To compare many countries, you will need unified data that can be quickly found and consolidated in one table. Finding such data for hundreds of countries would take a huge amount of time and money, and may be beyond the capabilities of even large corporations. However, you don't actually need to search the entire world.

My approach is to divide the criteria into two parts. The first part is macroeconomic data, or data that is available in large quantities across different countries from open sources. For example, population size, household income, English language proficiency in business, import restrictions or the volume of your product's imports.

All this data can be quickly found on statistical and rating portals on the internet, such as Trademap, World Bank, Eurostat, and others. By the way, my experiments with AI chats have yielded good results in finding sources of the necessary information.

Based on this data, you can easily discard those countries that are definitely not suitable for your business and re-rank the rest.

From this ranking, you can take 5–10 countries and check them against an additional set of criteria that require a deeper understanding of the country.

For example, the number of supermarket outlets, competitor prices, packaging requirements, legal peculiarities, etc. In this, local association websites, analytical publications, aggregators, competitor sites, and other open sources will help you.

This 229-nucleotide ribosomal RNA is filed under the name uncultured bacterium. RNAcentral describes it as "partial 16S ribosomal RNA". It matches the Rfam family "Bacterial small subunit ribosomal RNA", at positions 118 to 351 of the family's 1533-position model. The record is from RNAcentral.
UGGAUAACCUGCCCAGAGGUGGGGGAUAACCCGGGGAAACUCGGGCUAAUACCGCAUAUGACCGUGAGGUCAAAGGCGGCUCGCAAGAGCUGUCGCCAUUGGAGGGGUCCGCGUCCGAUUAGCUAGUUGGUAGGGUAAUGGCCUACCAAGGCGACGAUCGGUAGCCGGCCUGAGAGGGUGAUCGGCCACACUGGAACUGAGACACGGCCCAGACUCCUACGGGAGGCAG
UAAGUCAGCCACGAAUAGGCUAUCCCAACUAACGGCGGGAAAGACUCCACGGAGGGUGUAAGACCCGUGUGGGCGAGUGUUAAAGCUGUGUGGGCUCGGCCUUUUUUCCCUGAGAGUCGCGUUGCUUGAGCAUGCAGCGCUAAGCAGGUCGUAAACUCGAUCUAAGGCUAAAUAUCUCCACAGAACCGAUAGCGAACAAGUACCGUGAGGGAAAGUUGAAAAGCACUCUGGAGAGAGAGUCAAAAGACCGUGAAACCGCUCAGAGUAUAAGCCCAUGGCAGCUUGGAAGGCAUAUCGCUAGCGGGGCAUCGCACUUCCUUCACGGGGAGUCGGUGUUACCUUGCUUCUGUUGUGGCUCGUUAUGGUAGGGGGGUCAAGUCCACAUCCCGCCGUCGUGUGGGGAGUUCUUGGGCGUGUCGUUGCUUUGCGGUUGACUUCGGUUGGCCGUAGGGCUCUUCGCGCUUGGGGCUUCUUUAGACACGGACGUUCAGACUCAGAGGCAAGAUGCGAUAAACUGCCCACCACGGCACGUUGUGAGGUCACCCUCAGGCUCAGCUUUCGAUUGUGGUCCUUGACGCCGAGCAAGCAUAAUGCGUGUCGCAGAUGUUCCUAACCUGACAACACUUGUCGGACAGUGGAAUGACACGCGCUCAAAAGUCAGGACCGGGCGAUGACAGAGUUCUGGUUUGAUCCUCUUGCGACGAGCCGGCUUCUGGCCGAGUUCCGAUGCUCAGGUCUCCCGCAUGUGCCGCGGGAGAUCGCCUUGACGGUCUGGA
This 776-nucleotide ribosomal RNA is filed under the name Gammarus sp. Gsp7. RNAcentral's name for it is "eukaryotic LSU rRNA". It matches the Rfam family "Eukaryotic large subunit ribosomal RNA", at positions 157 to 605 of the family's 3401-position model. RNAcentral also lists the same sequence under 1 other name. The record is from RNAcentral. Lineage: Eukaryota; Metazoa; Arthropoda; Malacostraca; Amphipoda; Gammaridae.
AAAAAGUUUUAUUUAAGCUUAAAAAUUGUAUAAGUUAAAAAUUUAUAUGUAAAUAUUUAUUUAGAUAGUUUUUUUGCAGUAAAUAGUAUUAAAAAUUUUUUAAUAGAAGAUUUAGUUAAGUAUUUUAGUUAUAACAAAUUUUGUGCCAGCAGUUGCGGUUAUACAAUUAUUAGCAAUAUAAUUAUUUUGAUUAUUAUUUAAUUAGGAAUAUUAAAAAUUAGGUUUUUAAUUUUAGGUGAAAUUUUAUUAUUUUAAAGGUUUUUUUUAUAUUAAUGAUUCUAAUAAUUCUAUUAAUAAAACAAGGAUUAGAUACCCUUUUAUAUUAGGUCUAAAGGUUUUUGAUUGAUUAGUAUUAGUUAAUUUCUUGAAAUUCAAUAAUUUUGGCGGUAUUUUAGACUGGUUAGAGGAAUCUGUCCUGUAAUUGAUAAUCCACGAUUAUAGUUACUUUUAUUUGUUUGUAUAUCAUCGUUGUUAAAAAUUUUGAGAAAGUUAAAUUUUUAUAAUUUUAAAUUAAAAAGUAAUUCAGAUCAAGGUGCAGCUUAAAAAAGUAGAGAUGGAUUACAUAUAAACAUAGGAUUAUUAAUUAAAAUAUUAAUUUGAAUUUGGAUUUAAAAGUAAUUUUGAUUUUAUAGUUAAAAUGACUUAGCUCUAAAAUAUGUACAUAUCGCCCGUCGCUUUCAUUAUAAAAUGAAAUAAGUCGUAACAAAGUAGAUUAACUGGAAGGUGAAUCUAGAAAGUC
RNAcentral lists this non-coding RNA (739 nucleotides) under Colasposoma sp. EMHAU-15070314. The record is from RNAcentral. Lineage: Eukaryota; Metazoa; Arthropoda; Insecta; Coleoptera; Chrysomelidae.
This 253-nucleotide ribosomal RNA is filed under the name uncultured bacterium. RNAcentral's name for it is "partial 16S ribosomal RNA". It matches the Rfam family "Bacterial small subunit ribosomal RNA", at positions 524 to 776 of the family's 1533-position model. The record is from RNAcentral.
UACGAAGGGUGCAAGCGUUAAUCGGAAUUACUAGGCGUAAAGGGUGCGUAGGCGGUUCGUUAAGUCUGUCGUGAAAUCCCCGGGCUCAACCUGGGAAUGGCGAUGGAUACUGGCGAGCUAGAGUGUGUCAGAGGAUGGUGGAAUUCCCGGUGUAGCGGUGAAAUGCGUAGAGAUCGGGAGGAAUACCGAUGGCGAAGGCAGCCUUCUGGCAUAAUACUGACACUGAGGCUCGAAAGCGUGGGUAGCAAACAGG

As a result, you will have 1–2 priority markets to enter and 3–5 in reserve for future expansion.

In this case, it will be much easier to add insights and identify local rules of the game through interviews with local experts. They will provide a complete picture of the market and an understanding of what to do next and what else to investigate in the selected markets. For example, customer needs and problems, sales and communication channels, and so on.

Own Market Entry Strategy

And now, one can move confidently, systematically, and with a focus towards understanding the local rules of the game, identifying the 'landscape' of key players, determining the profile of the ideal customer, proactive selling, and experimenting.

This whole process won't take much time, but it will reduce the number of mistakes and help create a market entry strategy based on data rather than hearsay.